With four presidential candidacy announcements thus far, and Election Day only a year and a half away, the inevitable is upon us – the political games have begun.
While it should be one’s political stance that matters most, the truth of the matter is that often times it’s personal image that wins the election. And there is no other time when branding is at its peak than during campaign season.
So far, three republican candidates, Rand Paul, Ted Cruz, and Marco Rubio, and one democratic candidate, Hillary Clinton, have volunteered as tribute to participate in the political spectacle that is the presidential race.
This week we’re taking a look at the contenders and who, from a marketing perspective, is leading the pack in initial campaign branding via their logo design and social/online activity.
Before candidates can start shouting their platform positions, first comes acquiring name recognition. And marketing professionals know there is no better way for a successful company/brand to have their name recognized and remembered than having a logo that correspondingly resonates.
While campaigns are not won or lost based on a logo, they remain a critical branding event.
Creating an easy on the eyes brand can pay big dividends, says Darren Samuelsohn in his article on candidate logo design. Candidates are desperately trying to reach attention-starved voters he says. A good logo will decide whether or not an email gets opened, what gets liked on social media, and what gets scrolled past.
“A strong brand identity can communicate your message and your values to a potential voter with a single glance, without you having to buy an ad or even say a single word,” said Patrick Ruffini, a GOP digital strategist who managed online efforts for the Bush-Cheney 2004 reelection campaign.
So what makes a good political campaign logo? LogoDesignLove answers this question for us.
“It should have the same traits as any good logo — it needs to be appropriate for who or what it identifies, it should stand out amongst the competition, and it should be simple enough in appearance to be remembered after a quick glance.”
We’ll start by looking at the one that has gotten the most (and unfortunately negative) attention, Hillary Clinton’s logo, which features a blue capital H bisected by a red, right pointing arrow.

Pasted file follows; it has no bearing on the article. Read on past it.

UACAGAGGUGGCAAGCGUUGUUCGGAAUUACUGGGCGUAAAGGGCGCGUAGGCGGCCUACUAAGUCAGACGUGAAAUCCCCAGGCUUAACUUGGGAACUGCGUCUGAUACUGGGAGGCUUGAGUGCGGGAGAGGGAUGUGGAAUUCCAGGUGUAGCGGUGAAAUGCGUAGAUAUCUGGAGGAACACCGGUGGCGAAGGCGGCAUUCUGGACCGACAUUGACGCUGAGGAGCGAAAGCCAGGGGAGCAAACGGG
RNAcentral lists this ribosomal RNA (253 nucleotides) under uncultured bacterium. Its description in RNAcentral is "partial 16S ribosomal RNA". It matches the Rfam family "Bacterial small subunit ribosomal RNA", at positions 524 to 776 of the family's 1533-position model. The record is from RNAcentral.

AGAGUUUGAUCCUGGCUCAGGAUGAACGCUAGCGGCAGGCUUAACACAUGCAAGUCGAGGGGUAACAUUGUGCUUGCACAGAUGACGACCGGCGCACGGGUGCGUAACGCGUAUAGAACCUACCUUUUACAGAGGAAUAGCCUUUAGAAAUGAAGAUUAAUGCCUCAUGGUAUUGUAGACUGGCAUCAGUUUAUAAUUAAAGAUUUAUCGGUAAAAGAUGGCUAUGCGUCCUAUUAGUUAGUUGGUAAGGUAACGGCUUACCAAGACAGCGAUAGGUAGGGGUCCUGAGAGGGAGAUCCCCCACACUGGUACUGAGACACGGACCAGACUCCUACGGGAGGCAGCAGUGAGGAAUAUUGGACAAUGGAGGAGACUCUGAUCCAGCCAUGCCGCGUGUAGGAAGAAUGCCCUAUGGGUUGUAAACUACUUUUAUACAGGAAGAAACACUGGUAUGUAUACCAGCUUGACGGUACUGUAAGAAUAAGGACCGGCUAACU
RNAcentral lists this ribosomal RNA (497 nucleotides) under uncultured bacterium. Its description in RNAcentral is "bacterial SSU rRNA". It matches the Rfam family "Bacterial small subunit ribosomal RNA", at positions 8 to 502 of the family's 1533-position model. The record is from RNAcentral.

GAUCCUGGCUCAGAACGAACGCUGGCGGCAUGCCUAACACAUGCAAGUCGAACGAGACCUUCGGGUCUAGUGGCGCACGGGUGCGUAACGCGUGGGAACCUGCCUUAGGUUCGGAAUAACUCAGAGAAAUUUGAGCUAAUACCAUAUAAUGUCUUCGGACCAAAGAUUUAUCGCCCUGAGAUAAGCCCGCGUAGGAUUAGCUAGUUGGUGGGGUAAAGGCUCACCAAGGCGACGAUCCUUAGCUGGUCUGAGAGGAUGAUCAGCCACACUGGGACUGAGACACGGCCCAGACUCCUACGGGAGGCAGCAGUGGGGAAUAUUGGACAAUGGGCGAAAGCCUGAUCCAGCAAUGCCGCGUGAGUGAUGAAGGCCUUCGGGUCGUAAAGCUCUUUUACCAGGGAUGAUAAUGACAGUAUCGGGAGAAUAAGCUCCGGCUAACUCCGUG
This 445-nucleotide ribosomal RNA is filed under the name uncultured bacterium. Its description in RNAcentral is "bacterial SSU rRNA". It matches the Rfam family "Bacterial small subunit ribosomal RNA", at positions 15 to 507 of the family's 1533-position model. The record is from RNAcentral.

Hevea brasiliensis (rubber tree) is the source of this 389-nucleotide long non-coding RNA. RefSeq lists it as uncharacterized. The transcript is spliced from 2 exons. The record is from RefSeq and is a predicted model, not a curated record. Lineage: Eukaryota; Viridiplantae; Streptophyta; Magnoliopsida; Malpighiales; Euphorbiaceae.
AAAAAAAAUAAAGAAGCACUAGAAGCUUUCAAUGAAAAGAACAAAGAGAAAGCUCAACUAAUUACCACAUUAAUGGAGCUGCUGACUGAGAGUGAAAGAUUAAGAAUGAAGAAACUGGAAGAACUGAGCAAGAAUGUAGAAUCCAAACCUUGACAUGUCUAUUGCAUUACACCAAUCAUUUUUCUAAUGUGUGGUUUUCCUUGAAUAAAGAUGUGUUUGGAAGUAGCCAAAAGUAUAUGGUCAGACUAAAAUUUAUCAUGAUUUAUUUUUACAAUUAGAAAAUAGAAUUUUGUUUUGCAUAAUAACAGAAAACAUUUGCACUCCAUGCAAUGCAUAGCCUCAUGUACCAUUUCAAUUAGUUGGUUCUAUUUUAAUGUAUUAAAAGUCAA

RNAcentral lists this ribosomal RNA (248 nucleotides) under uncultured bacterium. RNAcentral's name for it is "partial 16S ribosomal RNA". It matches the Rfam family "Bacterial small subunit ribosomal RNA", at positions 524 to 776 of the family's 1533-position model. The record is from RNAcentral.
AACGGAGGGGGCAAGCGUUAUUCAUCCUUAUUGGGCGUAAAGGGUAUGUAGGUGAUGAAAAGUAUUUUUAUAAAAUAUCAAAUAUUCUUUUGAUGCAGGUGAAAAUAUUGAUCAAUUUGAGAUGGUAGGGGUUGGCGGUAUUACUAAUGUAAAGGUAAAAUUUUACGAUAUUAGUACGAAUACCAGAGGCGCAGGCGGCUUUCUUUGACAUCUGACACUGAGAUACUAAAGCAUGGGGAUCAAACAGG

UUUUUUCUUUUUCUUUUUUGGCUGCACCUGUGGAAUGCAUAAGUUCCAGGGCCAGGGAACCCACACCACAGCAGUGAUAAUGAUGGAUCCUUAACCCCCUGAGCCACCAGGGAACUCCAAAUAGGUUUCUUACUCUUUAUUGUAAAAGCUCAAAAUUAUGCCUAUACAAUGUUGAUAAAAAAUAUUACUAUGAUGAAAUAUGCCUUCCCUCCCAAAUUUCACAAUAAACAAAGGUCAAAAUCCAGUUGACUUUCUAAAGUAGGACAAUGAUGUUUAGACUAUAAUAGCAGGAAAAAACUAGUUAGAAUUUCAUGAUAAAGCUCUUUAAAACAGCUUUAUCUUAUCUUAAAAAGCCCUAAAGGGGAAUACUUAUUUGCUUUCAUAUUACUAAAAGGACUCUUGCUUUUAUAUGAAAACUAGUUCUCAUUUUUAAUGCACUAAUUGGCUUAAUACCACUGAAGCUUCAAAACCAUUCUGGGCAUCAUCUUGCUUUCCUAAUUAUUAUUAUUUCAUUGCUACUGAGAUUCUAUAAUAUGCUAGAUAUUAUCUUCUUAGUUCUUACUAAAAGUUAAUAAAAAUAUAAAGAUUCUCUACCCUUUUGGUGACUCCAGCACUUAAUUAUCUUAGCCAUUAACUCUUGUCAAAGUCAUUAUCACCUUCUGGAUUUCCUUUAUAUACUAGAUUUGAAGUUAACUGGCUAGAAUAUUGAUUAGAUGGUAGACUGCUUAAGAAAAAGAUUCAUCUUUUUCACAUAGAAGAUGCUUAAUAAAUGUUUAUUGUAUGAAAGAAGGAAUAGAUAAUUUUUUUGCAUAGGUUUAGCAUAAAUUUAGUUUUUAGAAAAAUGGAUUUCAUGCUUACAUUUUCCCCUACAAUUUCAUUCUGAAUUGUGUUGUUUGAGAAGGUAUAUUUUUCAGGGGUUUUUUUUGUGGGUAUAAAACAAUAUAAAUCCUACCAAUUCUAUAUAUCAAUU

Critics have been quick to chime in on various unsettling design points of the logo. First, while understandably aiming to be patriotic, the blue and red presented with no gradient changed, no blank space in between, and presented in a blocky pattern create a feel that many have called clunky, immature, corporate, and industrial.
The second major gaffe critics are quick to comment on is the use of a red, right facing arrow (red + right = republican) for a democratic candidate. However the right facing arrow isn’t necessarily signaling a political shift as some have suggested, it does make sense the arrow would point in the direction we naturally read.
There are still those who have voiced support for the design – creator of the “I ♥ NY” logo, Milton Galser is one. “It’s an effective piece of graphic design, because it encompasses the idea of her name and the idea of movement,” Glaser said. “That’s the stated objective of the logo, and it embraces what the campaign wants to say.”
Using block lettering, Rand’s logo features a solid red flame over his first name.
Rather than sporting the tradition patriotism colors, Paul’s logo boasts red, white and black, rather than blue. Just like the others, there are mixed reviews on the appeal. Some support the look, praising it as simple, bold, and strong.
Karl Gude, a graphics professor at Michigan State University and former graphics artist at Newsweek and the AP, gave Paul credit for choosing an image that he says, “stands out from the jingoistic, flag-waving logos inherent to presidential campaigns.